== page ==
“We have all some experience of a feeling, that comes over us occasionally, of what we are saying and doing having been said and done before, in a remote time – of our having been surrounded, dim ages ago, by the same faces, objects, and circumstances – of our knowing perfectly what will be said next, as if we suddenly remember it!” – Charles Dickens
In recent years, déjà vu has been subjected to serious psychological and neurophysiological research. The most likely explanation of déjà vu is that it is not an act of “precognition” or “prophecy”, but rather an anomaly of memory; it is the impression that an experience is “being recalled” which may result from an overlap between the neurological systems responsible for short-term memory and those responsible for long-term memory.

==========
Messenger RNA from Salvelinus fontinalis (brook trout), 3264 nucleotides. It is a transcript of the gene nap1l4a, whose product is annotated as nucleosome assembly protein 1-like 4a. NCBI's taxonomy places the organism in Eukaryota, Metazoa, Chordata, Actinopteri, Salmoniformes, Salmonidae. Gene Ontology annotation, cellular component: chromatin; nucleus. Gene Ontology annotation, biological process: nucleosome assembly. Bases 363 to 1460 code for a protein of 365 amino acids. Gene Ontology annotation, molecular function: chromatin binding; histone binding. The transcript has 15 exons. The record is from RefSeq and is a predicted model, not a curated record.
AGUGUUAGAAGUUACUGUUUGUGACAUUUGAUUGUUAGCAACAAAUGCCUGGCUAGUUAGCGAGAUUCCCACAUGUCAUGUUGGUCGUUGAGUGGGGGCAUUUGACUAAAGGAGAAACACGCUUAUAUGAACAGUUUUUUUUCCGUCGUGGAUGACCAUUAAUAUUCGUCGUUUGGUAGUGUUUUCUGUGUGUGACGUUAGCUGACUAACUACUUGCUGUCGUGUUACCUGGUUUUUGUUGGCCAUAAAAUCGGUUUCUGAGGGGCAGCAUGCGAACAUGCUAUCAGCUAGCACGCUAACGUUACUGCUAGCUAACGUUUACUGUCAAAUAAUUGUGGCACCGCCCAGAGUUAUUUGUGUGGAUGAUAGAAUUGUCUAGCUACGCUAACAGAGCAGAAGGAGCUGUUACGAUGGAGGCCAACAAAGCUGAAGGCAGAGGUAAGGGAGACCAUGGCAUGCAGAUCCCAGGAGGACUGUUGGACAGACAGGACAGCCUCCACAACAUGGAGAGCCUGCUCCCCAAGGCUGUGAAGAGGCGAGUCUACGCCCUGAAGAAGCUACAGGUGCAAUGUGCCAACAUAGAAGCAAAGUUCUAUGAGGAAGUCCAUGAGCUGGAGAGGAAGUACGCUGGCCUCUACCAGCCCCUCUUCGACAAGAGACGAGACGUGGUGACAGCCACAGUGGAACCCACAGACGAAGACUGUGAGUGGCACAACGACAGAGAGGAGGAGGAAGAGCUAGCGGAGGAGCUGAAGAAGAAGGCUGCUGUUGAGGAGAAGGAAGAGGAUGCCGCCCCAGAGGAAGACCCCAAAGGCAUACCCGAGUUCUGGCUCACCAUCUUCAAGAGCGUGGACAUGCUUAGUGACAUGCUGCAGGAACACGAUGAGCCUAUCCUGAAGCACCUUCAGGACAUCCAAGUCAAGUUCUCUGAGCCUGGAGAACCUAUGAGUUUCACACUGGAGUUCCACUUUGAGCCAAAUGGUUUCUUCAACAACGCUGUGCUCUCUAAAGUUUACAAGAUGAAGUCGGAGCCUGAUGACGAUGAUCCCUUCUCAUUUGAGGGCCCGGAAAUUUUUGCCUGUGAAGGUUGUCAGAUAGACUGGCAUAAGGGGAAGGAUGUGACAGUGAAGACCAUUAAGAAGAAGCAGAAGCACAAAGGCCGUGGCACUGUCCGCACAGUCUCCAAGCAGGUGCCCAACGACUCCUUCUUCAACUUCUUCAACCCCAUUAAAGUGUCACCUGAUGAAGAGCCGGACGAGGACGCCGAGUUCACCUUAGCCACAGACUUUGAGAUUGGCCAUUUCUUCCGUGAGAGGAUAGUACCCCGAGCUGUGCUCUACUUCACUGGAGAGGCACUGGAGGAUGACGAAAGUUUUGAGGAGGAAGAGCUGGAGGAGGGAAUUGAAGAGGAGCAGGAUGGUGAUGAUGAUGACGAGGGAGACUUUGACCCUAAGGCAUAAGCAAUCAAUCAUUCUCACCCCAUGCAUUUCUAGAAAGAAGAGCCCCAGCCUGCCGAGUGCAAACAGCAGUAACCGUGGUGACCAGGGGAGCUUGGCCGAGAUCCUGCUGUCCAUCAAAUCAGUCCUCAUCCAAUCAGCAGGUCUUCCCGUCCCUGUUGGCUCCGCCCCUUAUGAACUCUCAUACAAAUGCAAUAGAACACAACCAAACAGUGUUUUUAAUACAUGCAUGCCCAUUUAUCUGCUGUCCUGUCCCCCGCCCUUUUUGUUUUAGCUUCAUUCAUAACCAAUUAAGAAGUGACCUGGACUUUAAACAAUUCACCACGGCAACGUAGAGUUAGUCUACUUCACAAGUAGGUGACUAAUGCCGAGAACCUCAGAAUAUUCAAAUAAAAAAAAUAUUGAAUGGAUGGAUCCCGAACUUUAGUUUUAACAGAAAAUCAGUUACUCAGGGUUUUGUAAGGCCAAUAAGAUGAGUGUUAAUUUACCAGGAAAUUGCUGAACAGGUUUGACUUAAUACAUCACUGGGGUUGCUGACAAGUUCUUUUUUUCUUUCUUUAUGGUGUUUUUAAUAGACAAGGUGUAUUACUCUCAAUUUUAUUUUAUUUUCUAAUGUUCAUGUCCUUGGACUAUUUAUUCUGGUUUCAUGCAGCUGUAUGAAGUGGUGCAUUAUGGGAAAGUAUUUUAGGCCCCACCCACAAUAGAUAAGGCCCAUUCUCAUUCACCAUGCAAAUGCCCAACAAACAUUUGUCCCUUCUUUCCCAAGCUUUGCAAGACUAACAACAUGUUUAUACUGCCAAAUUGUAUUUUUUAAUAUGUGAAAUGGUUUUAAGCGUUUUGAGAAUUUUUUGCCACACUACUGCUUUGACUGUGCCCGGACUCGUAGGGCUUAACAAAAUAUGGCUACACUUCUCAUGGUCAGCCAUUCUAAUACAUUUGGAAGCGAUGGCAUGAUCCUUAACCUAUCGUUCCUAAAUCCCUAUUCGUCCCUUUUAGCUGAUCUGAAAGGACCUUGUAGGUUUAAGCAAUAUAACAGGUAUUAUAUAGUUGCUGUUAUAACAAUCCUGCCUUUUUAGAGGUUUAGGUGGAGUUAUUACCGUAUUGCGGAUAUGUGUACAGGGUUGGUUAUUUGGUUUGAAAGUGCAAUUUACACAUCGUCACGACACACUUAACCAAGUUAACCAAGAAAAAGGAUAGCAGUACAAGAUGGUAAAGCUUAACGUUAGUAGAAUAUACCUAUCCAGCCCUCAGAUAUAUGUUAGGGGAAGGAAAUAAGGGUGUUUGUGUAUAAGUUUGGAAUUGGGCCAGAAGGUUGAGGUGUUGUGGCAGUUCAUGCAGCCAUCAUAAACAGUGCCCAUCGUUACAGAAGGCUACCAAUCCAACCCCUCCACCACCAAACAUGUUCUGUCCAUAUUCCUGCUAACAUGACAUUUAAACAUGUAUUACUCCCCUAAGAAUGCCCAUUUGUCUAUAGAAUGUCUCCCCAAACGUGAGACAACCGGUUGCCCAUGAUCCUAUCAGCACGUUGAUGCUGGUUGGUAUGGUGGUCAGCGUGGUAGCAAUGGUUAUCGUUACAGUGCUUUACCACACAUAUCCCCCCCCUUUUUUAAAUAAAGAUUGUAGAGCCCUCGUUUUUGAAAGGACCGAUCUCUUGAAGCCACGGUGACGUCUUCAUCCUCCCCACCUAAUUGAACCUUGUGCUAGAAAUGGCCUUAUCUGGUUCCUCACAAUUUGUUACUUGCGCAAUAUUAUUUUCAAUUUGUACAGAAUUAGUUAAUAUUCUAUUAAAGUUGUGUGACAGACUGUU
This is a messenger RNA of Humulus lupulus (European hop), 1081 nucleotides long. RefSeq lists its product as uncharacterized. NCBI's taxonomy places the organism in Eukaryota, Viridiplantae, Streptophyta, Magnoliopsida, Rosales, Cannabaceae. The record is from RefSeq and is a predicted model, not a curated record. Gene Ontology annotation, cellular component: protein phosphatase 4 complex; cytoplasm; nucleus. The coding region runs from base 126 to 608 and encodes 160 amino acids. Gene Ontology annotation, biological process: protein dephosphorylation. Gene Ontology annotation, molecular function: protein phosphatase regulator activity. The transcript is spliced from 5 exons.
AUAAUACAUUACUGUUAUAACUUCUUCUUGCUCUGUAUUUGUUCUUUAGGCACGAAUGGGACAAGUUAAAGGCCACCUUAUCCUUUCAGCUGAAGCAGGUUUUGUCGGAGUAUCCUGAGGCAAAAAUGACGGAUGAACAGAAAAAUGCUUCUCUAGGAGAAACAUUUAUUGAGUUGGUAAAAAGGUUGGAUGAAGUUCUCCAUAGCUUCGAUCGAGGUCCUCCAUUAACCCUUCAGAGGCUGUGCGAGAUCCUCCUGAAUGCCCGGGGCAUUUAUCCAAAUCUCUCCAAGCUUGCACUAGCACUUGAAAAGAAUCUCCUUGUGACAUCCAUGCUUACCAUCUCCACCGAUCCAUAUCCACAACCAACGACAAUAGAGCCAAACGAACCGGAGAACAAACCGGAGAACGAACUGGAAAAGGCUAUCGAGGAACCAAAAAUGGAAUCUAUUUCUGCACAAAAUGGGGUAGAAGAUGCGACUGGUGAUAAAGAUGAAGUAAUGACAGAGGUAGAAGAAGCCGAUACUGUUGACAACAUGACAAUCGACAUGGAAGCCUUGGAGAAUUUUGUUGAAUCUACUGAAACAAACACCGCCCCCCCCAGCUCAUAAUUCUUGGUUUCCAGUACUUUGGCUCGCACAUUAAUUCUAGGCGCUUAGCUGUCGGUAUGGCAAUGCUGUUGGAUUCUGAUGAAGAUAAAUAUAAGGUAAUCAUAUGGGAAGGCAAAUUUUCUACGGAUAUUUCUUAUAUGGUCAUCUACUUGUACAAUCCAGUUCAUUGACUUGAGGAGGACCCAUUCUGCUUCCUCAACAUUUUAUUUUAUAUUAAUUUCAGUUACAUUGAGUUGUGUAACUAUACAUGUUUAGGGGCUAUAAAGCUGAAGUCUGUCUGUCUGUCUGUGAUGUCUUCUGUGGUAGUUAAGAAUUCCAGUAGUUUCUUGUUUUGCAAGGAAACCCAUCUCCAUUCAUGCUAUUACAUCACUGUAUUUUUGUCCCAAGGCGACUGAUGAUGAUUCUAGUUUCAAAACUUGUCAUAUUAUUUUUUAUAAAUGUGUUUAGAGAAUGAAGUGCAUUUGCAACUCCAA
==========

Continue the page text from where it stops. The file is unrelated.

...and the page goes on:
In other words, “déjà vu” is yet another careless data inconsistency situation due to poor synchronization mechanism and hectic multithreaded race-condition incidents a.k.a. “Dark-Voodoo” bugs (e.g. “déjà vu” ;-)
There are many ways in which the deja experience may manifest: deja entendu – already heard; deja eprouve – already experienced; deja fait – already done; deja pense – already thought; deja raconte – already recounted; deja senti – already felt, smelt; deja su – already known (intellectually); deja trouve – already found (met); déjà vécu – already lived; deja voulu – already desired; deja arrive – already happened; deja connu – already known (personal knowing); deja dit – already said/spoken (content of speech); deja goute – already tasted; deja lu – already read; deja parle – already spoken (act of speech); deja pressenti – already sensed; deja rencontre – already met; deja reve – already dreamt; deja visite – already visited and my recent favorite invention: déjà posté – already posted…